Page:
Women still waiting for justice. A revolutionary dispute resolution method: a community-based approach for the victims
Women still waiting for justice
A revolutionary dispute resolution method: a community-based approach for the victims
By M.A.Chandiwari Mallawa Arachchi
Legal officer – Department of Commerce, Sri Lanka
Picture credits: Photo: Eranga Jayawardena/ Press Association. All rights reserved
Women in South Asia have always been easy victims of all types of offences and crimes. You may find them with their children, maybe crying infants, outside of the Court Houses for a whole day waiting for their husband, who allegedly engaged with illegal occupation, to be given bail or to pay a fine to release them. You may find them inside the Court House, answering shameless questions asked by Lawyers regarding sexual harassment or rape perpetrated on them. You may find them waiting for justice in many other civil matters, even when it comes to feeding their children because society is reluctant to accept women as breadwinners, they always have to rely on male members of the family.
Women’s lives are always at risk: you can find out about a brutal murder of a woman or a girl anytime. Sexually abused or rapes survivors always find the second stage of victimization in the Adversarial Court System in Sri Lanka. The psychological harm to these women has tremendous effects on society. Although it is a fact that gender balance creates a better atmosphere, women are underrepresented in Judiciary. Even though there is nothing concrete to prove that appointing more women would rectify the current situation, a conscious policy of affirmative action in their favour needs to be implemented. Highly qualified women are being discouraged by many types of harassments in the work environment due to the male-dominated system in South Asian countries.
Lack of criminal justice, where an effective victim protection system should be available from the grass-roots level of society, had lead to swindle the “easy victim”. These victims are women in the hands of the Prosecutor, in a country like Sri Lanka, where the understanding among the government institutions is key. An effective community-based counselling service lead by the Government is key before reaching a level of a court-based counselling system.
The lack of knowledge of the Government role and non-government institutions among women had lead to an uneducated society, where the beneficiaries of all these much-needed services are behind the role of women in the community. As well as the reinforcement of the Victim Protections Laws, the community-based dispute resolution methods should be identified clearly and addressed effectively. Despite the personal laws(1) and territorial Laws governed on the Island, the traditional ethos and beliefs of the society do not let women come out of this situation.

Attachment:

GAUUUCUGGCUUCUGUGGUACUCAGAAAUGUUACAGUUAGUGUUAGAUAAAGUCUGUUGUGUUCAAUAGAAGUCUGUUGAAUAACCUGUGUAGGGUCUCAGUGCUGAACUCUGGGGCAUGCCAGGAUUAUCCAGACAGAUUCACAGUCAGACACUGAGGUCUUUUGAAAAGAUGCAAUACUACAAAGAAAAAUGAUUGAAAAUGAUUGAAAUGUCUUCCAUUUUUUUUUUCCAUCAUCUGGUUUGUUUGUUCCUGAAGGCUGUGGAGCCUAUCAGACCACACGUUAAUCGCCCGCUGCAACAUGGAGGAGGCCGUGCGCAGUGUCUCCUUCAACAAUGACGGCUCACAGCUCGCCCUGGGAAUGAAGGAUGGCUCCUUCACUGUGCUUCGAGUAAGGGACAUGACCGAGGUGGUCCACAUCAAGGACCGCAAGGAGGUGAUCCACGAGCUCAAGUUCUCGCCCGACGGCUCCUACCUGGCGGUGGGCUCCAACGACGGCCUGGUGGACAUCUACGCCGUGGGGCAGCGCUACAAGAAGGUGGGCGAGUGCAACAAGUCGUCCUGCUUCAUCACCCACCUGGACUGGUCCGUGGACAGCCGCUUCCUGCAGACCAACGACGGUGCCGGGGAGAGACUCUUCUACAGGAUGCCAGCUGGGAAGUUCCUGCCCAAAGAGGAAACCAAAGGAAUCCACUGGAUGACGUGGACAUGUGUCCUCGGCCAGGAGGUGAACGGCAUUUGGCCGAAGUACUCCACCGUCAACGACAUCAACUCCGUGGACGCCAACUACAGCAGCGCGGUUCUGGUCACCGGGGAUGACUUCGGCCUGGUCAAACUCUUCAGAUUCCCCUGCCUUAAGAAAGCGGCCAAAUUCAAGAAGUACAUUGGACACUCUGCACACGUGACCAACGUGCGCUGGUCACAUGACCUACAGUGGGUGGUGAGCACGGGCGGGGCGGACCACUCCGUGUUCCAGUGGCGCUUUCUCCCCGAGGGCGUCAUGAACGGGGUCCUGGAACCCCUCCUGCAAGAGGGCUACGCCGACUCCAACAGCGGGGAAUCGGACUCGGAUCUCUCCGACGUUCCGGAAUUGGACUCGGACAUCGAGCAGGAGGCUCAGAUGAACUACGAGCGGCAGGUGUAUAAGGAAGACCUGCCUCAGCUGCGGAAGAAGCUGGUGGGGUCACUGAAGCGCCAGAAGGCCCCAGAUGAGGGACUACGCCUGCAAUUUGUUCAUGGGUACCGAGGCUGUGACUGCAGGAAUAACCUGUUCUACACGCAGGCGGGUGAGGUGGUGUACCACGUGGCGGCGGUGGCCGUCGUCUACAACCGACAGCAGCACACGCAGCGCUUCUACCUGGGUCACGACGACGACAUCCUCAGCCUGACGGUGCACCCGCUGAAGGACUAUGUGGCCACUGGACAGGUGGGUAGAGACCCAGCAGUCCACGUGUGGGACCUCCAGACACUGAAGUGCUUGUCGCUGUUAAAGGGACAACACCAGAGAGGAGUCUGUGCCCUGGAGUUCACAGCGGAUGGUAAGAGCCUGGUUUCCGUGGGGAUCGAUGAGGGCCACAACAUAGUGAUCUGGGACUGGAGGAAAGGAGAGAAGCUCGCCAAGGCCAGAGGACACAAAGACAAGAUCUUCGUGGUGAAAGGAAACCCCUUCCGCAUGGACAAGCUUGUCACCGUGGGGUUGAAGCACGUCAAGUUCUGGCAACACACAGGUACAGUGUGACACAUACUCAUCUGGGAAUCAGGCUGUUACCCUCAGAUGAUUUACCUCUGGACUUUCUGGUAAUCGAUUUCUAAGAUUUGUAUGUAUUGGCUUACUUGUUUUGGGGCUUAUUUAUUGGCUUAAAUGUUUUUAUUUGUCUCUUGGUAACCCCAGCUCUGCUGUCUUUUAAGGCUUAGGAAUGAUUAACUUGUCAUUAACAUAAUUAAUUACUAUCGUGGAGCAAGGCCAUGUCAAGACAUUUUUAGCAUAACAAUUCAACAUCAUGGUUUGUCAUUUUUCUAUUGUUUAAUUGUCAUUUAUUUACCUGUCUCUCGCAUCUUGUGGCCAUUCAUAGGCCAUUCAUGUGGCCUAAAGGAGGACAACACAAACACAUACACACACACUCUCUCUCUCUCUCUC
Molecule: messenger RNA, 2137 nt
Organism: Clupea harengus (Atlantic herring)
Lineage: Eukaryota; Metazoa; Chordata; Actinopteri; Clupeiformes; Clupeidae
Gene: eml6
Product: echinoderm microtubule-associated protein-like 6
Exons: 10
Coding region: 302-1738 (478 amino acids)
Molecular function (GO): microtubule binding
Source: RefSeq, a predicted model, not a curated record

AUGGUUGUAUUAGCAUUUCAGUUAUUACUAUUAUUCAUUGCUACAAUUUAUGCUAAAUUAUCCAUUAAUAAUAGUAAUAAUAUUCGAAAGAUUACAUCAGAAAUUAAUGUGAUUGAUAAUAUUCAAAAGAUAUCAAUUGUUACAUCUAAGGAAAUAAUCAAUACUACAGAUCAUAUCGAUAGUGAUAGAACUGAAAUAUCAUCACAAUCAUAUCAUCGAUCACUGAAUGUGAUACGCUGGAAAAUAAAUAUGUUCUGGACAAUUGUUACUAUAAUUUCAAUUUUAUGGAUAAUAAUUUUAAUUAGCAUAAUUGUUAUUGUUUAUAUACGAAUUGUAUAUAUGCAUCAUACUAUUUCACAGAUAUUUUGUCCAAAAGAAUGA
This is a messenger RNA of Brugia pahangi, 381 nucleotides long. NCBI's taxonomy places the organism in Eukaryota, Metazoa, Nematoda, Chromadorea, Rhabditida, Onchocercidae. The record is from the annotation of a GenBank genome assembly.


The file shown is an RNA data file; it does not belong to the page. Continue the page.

The South Asian Association for Regional Cooperation Organization (SAARC), which has been in the region for more than 30 years, is the most suitable entity to initiate a mechanism to uphold the status of women in this part of the world. Due to the unreliability of the judiciary systems of each country member and the political corruption, the SAARC is not in a good position to protect human rights in the area. It is clear that the continuing failures when it comes to women and children’s rights create a barrier to progress, justice and democracy, and deprive the region of a significant source of human potential (2).
The English lawyer and judge Lord Denning said that social justice requires personal rights to be given priority over property rights (3). Furthermore, he emphasized that it is better to go by the principles underlying the legislative enactment rather than the outdated notions of the past (4).
The women in South Asian rural areas should have the knowledge related to social problems in today life. Basically, community-based dispute resolution methods need to be introduced with a considerable percentage of women participating in judge panels. Even in the court-based dispute resolution methods, women should be treated as gentle as the hand that rocks the cradle and rules the world.
(1) Author’s note: in Sri Lanka, there is one personal Law which is Muslim Law, and two territorial laws namely, Thesawalamei law and Kandyan Law.
(2) Report on achievements during the SAARC Decade of the Rights of the Child (2001-2010).
(3) Davis v. Johnson,(1978)1 All E.R.849. Author’s note: this is a case decided in India, Reported in All Indian Law Reports.
(4) National Provincial Bank v.Ainsworth,(1973)A.C.847. Author’s note: this case is decided in UK and a reported case.
Wilson, Bertha. “Will Women Judges Really Make a Difference?.” Osgoode Hall Law Journal 28.3 (1990): 507-522. http://digitalcommons.osgoode.yorku.ca/ohlj/vol28/iss3/1
Chandi Mallawaarachchi is a Legal Officer at the Department of Commerce, Ministry of Finance, Economic and Policy Development in Sri Lanka.